Representation

Supreme Court Grants Relief to Duane Buck in Texas Racial Bias Death Penalty Case

Saying that the "law punishes people for what they do, not who they are," the Supreme Court on February 22, 2017, granted relief to Duane Buck (pictured, right), a Texas death-row prisoner who was sentenced to death after his own lawyer presented testimony from a psychologist who told the jury Buck was more likely to commit future acts of violence because he is black. Writing for the six-Justice majority, Chief Justice Roberts (pictured, left) said that "[d]ispensing punishment on the basis of an immutable characteristic flatly contravenes this guiding principle." Buck's case turned on the legal question of whether his lawyer had provided ineffective assistance. The Court left no doubt on the issue. Chief Justice Roberts wrote that "[n]o competent defense attorney would introduce such evidence about his own client." Despite counsel's deficient representation, the lower federal courts had refused to intervene, asserting that the references to race in the case had been brief and would have had only minimal, if any, effect on the jury's sentencing decision. The Chief Justice squarely rejected that conclusion, writing: "when a jury hears expert testimony that expressly makes a defendant’s race directly pertinent on the question of life or death, the impact of that evidence cannot be measured simply by how much air time it received at trial or how many pages it occupies in the record. Some toxins can be deadly in small doses." The Court explained that stereotyping black men as somehow more violence-prone than others is a "particularly noxious strain of racial prejudice." Buck's attorney, Christina Swarns, who had argued the case before the Court in October 2016, said “Today, the Supreme Court made clear that there is no place for racial bias in the American criminal justice system.” The decision, she said, reaffirms "the longstanding principle that criminal punishments—particularly the death penalty—cannot be based on immutable characteristics such as race.” Justice Clarence Thomas, joined by Justice Samuel Alito, dissented.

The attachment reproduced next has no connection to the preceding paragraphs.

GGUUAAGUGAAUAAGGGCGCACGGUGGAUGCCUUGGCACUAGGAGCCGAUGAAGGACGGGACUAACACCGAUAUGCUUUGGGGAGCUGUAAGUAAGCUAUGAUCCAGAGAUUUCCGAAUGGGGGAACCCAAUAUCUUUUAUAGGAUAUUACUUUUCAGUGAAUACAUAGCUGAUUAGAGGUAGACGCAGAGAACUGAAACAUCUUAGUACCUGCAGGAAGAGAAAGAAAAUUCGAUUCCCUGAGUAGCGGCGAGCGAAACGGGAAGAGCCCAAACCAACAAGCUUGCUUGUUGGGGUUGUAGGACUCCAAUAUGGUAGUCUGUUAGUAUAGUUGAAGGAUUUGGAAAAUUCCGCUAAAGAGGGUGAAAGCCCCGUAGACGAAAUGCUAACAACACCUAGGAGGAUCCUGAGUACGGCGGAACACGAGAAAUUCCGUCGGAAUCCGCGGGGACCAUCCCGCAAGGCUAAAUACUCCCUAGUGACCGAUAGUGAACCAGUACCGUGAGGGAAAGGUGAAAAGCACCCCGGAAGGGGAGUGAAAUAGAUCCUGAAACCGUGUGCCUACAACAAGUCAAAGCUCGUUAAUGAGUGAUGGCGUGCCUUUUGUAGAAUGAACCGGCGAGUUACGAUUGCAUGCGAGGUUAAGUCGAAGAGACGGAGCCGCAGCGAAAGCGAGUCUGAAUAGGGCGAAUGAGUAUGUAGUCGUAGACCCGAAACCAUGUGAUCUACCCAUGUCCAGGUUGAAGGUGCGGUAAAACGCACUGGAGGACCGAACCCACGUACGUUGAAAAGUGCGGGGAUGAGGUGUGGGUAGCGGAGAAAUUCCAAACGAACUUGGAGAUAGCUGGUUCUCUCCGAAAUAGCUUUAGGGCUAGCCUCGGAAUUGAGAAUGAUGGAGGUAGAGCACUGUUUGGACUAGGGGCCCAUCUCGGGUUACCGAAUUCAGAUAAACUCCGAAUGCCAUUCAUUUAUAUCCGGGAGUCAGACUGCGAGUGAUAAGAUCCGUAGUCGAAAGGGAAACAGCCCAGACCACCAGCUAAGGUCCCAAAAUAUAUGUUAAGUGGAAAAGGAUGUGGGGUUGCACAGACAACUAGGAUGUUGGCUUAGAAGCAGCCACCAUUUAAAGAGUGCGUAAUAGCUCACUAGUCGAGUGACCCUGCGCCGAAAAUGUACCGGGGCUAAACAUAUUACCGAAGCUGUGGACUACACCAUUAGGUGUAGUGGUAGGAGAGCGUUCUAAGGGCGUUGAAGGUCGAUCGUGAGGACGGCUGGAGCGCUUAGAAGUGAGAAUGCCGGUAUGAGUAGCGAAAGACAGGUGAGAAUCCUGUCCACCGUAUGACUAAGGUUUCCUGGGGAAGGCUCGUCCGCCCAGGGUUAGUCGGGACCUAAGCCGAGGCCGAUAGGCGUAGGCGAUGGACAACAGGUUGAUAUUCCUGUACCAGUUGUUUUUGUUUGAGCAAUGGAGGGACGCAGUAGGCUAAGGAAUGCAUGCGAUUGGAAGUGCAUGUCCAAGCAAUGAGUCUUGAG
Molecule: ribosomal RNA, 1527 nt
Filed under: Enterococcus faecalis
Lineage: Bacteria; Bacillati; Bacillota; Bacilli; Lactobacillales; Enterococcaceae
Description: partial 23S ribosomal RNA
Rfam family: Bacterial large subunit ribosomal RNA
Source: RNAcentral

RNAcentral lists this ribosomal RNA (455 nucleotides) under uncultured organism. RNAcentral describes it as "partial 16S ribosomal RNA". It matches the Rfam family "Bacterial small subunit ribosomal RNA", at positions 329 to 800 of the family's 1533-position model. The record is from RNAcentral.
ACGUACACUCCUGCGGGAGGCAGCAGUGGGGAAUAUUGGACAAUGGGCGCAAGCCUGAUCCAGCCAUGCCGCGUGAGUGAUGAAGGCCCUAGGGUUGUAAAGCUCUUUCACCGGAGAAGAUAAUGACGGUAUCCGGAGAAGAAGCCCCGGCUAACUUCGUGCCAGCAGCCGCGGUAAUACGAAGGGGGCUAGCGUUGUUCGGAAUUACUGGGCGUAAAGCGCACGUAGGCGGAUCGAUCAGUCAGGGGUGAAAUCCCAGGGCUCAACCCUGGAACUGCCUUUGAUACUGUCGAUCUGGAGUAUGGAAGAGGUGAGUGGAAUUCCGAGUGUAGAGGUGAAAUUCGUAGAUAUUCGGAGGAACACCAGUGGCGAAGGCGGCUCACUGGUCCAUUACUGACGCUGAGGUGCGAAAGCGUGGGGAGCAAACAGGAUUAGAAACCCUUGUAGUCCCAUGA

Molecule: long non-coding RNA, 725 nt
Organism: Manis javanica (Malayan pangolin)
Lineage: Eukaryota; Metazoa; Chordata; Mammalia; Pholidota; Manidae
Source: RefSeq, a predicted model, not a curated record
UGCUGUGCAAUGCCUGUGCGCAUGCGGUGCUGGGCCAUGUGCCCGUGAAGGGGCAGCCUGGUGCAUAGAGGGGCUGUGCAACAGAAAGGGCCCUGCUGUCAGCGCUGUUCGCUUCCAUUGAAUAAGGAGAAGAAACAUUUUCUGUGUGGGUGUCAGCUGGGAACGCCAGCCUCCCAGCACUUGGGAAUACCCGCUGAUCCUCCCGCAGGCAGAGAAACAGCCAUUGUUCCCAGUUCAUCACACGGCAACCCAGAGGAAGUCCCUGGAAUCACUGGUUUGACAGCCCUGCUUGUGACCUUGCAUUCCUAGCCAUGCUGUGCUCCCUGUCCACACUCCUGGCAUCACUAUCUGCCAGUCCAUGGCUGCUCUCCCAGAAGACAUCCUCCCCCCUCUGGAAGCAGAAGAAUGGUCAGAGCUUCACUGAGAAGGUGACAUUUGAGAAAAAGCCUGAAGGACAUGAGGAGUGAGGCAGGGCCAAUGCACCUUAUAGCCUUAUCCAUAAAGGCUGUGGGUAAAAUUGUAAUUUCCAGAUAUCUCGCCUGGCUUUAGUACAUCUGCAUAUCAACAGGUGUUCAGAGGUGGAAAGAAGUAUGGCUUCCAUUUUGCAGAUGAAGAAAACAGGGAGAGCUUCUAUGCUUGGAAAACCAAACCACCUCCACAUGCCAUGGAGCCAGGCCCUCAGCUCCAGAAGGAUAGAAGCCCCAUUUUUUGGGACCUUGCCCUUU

Federal Court Stays Texas Execution After Appeal Lawyer Abandons Prisoner